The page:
North America SWF Monitoring & X-RAP Modeling

North America SWF Monitoring & X-RAP Modeling

The X-ray, Extreme Ultra Violate (EUV) radiation released during a solar X-ray flare induces electron density enhancement in the dayside D-region ionosphere1. This heightened electron density has the capacity to elevate absorption in the high frequency (HF:3-30 MHz) range, specifically between 3 and 30 MHz. The consequence is a reduction in signal strength, affecting shortwave radio transmissions, commonly known as shortwave fadeout, SWF.

Flare Impact on Hf Communication

This monitoring tool provides a summary of flare impacts on SuperDARN HF radar observations in the North American (NA) sector with an emphasis on ShortWave Fadeout (SWF). Specifically, tool provides the following data/analysis products:

  • Event-based Summary Reports: Pre-loaded events by calendar, showing solar irradiance (at X-ray band) condition and associated ionospheric/HF response recorded by SuperDARN.
  • New HF absorption model: Pre-loaded modeled events by calendar, showing solar irradiance (at X-ray band) condition and modeled HF condition during the peak of the flare.

Note that the calendars list only the highest flare on an UT day. If you need analysis of a specific flare event please contact Shibaji Chakraborty, J. Michael Ruohoniemi.

Event-based Summary Reports

Summary report of GOES X-Ray irradiance. Flare class and peak time is identified in the Soft X-ray spectrum (SXR, red). Summary report of a sub-network of SuperDARN radar chain distributed across the middle and high-latitudes of the North American Sector. SWF phase timings [onset, blackout, recovery start, and end] and phase durations [onset, backout, and recovery] are estimated from the backscatter count <E> parameter. Thresholds and algorithm is defined in Chakraborty et al. (2018)2. Please find example event and parameter description in this webpage.

X-Ray Irradiance driven d-Region Absorption Prediction (X-RAP)

In our endeavor to refine space weather predictions, we employ a data-driven approach by fitting a sophisticated model using real-time observations from both GOES X-ray and riometer instruments. Latest study by Fiori et al. (2022)3 optimized a simple absorption model using data from solar X-ray flares and riometer stations across Canada. In a specific event study, our optimized model showed a 1% overestimation of absorption during an X2.1 solar X-ray flare, correcting an underestimation by the NOAA D-region Absorption Prediction (D-RAP) model. In a broader statistical study involving 87 events, event-by-event optimization demonstrated excellent agreement between measured and modeled data, with a Pearson correlation coefficient (R) of 0.88 and a slope (m) of 0.91. The study also developed a generalized model using data from all events, showing slightly reduced correlation (R = 0.75) and slope (m = 0.80). The model’s accuracy, evaluated by prediction efficiency, peaked at 0.78 for event-by-event analysis and 0.48 for the collective dataset. This new HF absorption model is also presented along with DRAP4 5 6 7 model output. Please find example event and parameter description in this webpage.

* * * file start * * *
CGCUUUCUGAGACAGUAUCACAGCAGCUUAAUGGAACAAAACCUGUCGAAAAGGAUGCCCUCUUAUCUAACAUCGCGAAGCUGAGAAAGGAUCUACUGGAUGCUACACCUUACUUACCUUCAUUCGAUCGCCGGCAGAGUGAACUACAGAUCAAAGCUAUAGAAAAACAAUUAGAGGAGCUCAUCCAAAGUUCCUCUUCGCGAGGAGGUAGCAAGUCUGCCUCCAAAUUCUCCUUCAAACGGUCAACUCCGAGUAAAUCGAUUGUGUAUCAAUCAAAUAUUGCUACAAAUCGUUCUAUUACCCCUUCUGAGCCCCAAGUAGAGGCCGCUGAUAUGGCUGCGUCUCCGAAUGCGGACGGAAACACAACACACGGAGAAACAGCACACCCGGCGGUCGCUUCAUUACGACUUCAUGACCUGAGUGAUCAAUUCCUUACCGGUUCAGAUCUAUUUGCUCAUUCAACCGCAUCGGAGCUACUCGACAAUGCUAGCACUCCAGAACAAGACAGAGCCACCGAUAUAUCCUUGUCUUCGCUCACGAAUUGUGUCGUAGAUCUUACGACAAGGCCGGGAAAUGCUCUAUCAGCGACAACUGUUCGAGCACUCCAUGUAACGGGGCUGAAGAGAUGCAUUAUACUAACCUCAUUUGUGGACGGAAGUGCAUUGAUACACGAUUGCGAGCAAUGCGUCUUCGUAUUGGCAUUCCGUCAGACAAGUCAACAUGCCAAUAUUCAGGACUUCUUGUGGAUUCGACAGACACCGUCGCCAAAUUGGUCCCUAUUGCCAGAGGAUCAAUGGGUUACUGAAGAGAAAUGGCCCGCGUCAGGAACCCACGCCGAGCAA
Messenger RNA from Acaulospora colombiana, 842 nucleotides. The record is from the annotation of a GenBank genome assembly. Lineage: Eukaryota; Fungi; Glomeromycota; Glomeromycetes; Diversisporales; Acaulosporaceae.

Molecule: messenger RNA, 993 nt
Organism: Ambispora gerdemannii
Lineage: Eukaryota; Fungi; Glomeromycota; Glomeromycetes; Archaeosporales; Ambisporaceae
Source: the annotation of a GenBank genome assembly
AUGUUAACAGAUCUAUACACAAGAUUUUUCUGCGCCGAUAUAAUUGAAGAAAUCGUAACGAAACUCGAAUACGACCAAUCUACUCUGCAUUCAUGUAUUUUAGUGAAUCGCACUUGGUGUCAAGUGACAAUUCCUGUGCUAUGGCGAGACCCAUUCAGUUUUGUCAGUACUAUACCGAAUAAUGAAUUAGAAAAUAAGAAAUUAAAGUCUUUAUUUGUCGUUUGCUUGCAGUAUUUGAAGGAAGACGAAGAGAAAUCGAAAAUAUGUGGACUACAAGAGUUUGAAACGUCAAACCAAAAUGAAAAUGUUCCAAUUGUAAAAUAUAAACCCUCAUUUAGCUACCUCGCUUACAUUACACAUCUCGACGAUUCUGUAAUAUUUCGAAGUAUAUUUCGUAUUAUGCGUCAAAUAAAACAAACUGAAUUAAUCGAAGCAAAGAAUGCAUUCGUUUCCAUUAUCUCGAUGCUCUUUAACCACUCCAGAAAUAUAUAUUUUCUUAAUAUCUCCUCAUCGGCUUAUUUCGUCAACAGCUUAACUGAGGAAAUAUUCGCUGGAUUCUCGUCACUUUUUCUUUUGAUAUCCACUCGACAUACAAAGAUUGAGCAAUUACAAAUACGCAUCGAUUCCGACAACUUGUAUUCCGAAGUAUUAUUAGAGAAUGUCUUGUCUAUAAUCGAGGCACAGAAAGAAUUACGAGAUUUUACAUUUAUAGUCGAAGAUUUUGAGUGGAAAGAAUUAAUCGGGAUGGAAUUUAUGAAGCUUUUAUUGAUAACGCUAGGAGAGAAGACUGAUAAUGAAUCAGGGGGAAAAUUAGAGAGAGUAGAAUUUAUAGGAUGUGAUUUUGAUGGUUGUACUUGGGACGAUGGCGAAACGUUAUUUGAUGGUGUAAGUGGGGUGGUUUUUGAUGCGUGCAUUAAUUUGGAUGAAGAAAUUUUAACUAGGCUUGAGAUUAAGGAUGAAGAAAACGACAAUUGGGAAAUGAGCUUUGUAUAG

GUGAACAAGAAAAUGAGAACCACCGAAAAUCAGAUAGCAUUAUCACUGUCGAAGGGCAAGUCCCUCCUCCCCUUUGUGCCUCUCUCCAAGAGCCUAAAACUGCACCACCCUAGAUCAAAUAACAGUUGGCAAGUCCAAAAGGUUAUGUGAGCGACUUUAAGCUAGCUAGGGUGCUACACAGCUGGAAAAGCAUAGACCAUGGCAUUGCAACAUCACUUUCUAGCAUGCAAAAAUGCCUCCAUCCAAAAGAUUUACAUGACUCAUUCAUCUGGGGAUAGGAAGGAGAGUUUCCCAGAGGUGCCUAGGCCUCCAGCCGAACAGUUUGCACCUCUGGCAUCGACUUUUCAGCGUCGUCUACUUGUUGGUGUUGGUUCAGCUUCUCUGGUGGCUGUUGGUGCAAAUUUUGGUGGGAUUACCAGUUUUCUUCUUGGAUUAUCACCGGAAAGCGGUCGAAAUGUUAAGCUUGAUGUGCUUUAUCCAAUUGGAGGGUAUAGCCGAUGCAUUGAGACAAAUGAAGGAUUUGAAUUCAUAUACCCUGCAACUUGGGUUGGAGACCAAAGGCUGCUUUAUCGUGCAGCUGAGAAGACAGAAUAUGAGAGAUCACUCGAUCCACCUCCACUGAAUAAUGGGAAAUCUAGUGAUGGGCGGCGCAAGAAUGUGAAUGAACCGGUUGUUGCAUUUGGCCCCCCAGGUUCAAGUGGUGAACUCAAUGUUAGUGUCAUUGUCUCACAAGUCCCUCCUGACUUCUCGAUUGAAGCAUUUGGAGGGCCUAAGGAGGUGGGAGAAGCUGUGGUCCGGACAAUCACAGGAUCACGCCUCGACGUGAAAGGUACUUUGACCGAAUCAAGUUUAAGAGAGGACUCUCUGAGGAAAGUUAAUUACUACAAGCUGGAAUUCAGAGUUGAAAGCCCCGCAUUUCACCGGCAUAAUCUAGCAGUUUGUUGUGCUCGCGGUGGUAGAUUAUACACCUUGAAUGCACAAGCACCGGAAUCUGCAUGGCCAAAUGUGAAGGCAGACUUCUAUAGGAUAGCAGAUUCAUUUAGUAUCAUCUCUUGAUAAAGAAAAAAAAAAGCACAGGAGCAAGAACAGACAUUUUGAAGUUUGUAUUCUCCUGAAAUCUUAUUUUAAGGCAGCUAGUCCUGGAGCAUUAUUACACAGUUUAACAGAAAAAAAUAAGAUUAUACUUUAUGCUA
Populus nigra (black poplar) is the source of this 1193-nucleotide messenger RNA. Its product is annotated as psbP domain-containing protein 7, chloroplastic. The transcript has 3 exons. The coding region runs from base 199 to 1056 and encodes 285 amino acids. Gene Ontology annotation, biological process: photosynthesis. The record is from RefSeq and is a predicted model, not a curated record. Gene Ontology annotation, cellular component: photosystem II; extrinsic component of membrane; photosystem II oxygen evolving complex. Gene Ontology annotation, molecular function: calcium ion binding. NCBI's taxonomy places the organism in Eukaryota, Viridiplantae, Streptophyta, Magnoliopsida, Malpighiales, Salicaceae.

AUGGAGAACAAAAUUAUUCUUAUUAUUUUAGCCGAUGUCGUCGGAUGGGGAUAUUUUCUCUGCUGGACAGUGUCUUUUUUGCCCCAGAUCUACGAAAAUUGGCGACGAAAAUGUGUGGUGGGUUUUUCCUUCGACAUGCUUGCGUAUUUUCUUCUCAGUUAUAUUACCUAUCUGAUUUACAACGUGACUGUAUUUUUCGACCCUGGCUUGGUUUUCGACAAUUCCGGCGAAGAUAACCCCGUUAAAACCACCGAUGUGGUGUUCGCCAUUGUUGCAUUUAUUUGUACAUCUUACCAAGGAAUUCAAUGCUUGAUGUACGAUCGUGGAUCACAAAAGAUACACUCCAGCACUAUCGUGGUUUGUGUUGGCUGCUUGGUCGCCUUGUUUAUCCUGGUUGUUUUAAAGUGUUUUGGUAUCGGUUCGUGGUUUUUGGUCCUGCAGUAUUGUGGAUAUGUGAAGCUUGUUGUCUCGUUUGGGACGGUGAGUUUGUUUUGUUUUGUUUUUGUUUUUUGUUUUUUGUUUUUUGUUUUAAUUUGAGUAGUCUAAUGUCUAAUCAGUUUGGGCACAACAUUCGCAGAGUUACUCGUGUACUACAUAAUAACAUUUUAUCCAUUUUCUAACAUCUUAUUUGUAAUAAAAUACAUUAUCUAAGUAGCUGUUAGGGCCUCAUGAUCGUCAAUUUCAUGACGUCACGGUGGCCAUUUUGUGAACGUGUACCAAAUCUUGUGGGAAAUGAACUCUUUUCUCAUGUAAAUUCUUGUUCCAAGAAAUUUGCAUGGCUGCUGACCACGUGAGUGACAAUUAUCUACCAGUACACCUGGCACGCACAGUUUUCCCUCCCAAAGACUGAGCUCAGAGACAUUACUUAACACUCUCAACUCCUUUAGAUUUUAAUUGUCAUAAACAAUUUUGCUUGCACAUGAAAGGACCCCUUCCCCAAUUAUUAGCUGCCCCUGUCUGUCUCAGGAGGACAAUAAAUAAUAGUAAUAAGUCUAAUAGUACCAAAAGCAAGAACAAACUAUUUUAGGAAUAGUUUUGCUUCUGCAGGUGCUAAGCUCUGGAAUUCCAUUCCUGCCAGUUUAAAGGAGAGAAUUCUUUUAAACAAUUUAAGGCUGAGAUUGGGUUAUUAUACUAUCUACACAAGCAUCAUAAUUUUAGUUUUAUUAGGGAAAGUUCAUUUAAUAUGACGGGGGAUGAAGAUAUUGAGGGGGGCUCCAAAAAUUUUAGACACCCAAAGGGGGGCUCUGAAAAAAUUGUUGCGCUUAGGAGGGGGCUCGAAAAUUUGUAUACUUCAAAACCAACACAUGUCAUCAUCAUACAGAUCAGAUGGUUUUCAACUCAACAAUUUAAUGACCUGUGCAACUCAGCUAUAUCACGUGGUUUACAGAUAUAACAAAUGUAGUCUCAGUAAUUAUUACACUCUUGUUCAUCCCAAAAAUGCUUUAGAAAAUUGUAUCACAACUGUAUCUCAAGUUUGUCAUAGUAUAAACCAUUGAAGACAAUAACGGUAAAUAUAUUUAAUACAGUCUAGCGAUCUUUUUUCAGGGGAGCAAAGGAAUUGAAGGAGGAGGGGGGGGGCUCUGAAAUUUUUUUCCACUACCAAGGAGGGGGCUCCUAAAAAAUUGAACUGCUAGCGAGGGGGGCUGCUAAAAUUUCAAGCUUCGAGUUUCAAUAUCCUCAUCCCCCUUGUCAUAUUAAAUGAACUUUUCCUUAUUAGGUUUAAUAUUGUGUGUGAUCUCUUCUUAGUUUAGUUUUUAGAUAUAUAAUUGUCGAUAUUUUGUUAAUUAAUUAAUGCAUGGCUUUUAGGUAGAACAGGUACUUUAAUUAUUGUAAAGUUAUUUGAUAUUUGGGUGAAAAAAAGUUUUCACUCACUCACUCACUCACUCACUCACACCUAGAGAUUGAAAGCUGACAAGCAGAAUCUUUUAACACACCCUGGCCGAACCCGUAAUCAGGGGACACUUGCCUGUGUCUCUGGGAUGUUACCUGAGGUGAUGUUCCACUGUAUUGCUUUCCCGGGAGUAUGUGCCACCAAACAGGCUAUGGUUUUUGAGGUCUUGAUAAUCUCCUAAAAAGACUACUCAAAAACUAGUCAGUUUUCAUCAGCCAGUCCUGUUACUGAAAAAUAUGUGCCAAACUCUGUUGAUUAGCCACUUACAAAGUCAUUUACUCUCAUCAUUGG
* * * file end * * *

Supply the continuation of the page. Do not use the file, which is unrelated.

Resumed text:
The Blackstone and Fort Hays SuperDARN radars are maintained and operated by Virginia Tech under support by NSF grant AGS-1935110. We acknowledge the use of SuperDARN data. SuperDARN is a network of radars funded by national scientific funding agencies of Australia, Canada, China, France, Italy, Japan, Norway, South Africa, the United Kingdom, and the United States of America. We wish to acknowledge the use of the NOAA/GOES X-ray dataset for flare confirmation and dataset. This work is funded by the NASA with grant number SWR2O2R 80NSSC20K1380.

Open Science:

Refer VT SuperDARN Website for the dataset used in this analysis. Methodology is described in our SWF characterization paper (Chakraborty et al. 20182). Analysis .py files are stored in GitHub.


  1. Davies, K., Ionospheric Radio. Peregrinus Ltd., London, UK. 1990. 

  2. Chakraborty, S., Ruohoniemi, J. M., Baker, J. B. H., & Nishitani, N. (2018). Characterization of short-wave fadeout seen in daytime SuperDARN ground scatter observations. Radio Science, 53, 472–484.  2

  3. R.A.D. Fiori, S. Chakraborty, L. Nikitina, Data-based optimization of a simple shortwave fadeout absorption model, Journal of Atmospheric and Solar-Terrestrial Physics Volume 230, 2022, 105843, ISSN 1364-6826, 

  4. Sauer, H. H., and D. C. Wilkinson, A Global Space Weather Model of Ionospheric HF/VHF Radio-Wave Absorption due to Solar Energetic Protons,Space Weather, submitted, 2008. 

  5. Space Environmental Forecaster Operations Manual, page 4.3.1, 55th Space Weather Squadron, Falcon AFB, USAF, 21 October 1997. 

  6. Stonehocker, G. H., Advanced Telecommunication Forecasting Technique, in Ionospheric Forecasting, AGARD CONF. Proc. No. 49, Advisory Group for Aerospace Research and Development, NATO; Agy, V. (Ed), p27-1, 1970. 

  7. NOAA, SWPC, Global D-Region Absorption Prediction,